A set of uniformly continuous surjective functions f1,...,fn from [0,1] to [0,1] is enclosed.
In particular, for n=3:
f1(x) = cos2(2pi.x).cos2(4pi.x),
f2(x) = cos2(2pi.x).sin2(4pi.x),
f3(x) = sin2(2pi.x).
The construction shows that many other convenient sets of functions exist.
Question
Dear professors:
Good afternoon. I am researching about teaching triangle inequality. Are there papers about theorems´production (or formulation) by secondary level's students? Which theoretical framework) in Mathematics Education) may be suitable to study conditions to construct triangle with three segments?
Best regards of Peru!
Luis
This is an excellent question with many possible answers.    In addition to the helpful answers already given, there is a bit more to add.
A good paper on the straightforward formulation of a theorem and its proof (useful for those starting out in getting comfortable with theorems and their proofs) is given in
The beauty of this paper on a simple proof of a well-known algebraic curves theorem is its piecewise approach with the use of a number of lemmas.   For related papers, see also:
For an introduction to theorem proving paradigms, see
A new proof of the Pythagorean theorem is given in
An elementary proof of the converse of the mean value theorem is given in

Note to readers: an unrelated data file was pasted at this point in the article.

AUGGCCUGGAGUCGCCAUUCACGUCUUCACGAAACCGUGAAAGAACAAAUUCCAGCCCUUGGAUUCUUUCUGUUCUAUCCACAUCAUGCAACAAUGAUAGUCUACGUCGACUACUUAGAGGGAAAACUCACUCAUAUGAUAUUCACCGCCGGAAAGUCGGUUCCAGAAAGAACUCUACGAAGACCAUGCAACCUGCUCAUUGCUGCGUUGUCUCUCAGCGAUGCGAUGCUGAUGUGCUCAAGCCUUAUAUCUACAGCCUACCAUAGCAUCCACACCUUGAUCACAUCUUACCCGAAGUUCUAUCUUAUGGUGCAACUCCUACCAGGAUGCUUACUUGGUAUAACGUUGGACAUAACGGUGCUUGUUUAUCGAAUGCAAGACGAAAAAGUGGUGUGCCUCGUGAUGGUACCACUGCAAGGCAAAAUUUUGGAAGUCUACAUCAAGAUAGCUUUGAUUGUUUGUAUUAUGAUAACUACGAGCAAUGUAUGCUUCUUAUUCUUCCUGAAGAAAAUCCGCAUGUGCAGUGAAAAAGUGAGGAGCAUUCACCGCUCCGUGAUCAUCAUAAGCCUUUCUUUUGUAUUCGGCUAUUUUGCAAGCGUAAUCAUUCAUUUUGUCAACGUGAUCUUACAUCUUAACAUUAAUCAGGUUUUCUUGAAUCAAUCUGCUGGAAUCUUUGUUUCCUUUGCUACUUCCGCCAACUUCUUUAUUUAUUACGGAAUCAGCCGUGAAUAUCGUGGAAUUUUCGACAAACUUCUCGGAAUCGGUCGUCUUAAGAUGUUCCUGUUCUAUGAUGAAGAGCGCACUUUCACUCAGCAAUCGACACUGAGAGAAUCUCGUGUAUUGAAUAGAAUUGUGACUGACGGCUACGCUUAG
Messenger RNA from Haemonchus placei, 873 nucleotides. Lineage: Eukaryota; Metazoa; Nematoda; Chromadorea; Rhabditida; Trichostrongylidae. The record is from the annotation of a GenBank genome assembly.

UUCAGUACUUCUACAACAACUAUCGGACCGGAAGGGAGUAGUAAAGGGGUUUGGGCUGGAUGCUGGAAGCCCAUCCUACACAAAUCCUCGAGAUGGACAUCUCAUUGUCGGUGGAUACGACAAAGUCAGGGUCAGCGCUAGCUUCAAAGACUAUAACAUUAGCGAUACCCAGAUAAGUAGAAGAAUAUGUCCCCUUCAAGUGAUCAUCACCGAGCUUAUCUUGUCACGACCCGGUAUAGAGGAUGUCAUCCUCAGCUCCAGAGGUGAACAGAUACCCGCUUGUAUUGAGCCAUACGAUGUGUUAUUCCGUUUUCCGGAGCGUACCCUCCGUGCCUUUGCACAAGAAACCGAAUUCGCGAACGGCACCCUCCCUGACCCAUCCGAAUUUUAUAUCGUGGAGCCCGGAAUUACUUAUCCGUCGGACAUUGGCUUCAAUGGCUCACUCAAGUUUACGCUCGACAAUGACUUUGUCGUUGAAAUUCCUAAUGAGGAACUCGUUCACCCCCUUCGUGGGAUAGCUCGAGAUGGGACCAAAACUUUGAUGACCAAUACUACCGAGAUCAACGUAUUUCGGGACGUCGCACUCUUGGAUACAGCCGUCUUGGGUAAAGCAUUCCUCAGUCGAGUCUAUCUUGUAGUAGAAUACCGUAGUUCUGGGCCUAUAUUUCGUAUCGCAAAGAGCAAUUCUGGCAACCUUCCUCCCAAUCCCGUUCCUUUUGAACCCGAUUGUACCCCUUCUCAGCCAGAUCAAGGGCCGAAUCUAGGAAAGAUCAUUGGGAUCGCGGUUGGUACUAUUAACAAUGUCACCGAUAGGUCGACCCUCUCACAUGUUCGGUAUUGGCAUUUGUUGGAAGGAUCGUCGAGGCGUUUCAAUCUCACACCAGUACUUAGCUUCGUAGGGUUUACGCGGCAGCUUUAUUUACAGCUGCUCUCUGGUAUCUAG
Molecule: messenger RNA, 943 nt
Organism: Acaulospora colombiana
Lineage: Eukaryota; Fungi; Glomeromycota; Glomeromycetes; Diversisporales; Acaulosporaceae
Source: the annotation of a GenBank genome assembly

A very good discussion of the discovery (and invention) of theorems is given in
Question
It is possible to write a set of quaternionic partial differential equations that are similar to Maxwell equations. For example:
The quaternionic nabla ∇ acts like a multiplying operator. The (partial) differential ∇ ψ represents the full first order change of field ψ.
ϕ = ∇ ψ = ϕᵣ + 𝟇 = (∇ᵣ + 𝞩 ) (ψᵣ + 𝟁) = ∇ᵣ ψᵣ − ⟨𝞩,𝟁⟩ + ∇ᵣ 𝟁 + 𝞩 ψᵣ ±𝞩 × 𝟁
The terms at the right side show the components that constitute the full first order change.
They represent subfields of field ϕ and often they get special names and symbols.
𝞩 ψᵣ is the gradient of ψᵣ
⟨𝞩,𝟁⟩ is the divergence of 𝟁.
𝞩 × 𝟁 is the curl of 𝟁
The equation is a quaternionic first order partial differential equation.
ϕᵣ = ∇ᵣ ψᵣ − ⟨𝞩,𝟁⟩ (This is not part of Maxwell equations!)
𝟇 = ∇ᵣ 𝟁 + 𝞩 ψᵣ ±𝞩 × 𝟁
𝜠 = −∇ᵣ 𝟁 − 𝞩 ψᵣ
𝜝 = 𝞩 × 𝟁
From the above formulas follows that the Maxwell equations do not form a complete set.
Physicists use gauge equations to make Maxwell equations more complete.
χ = ∇* ∇ ψ = (∇ᵣ − 𝞩 )(∇ᵣ + 𝞩 ) (ψᵣ + 𝟁) = (∇ᵣ ∇ᵣ + ⟨𝞩,𝞩⟩) ψ
and
ζ = (∇ᵣ ∇ᵣ − ⟨𝞩,𝞩⟩) ψ
are quaternionic second order partial differential equations.
χ = ∇* ϕ
and
ϕ = ∇ ψ
split the first second order partial differential equation into two first order partial differential equations.
The other second order partial differential equation cannot be split into two quaternionic first order partial differential equations. This equation offers waves as parts of its set of solution. For that reason it is also called a wave equation.
In odd numbers of participating dimensions both second order partial differential equations offer shape keeping fronts as part of its set of solutions.
After integration over a sufficient period the spherical shape keeping front results in the Green’s function of the field under spherical conditions.
𝔔 = (∇ᵣ ∇ᵣ − ⟨𝞩,𝞩⟩) is equivalent to d'Alembert's operator.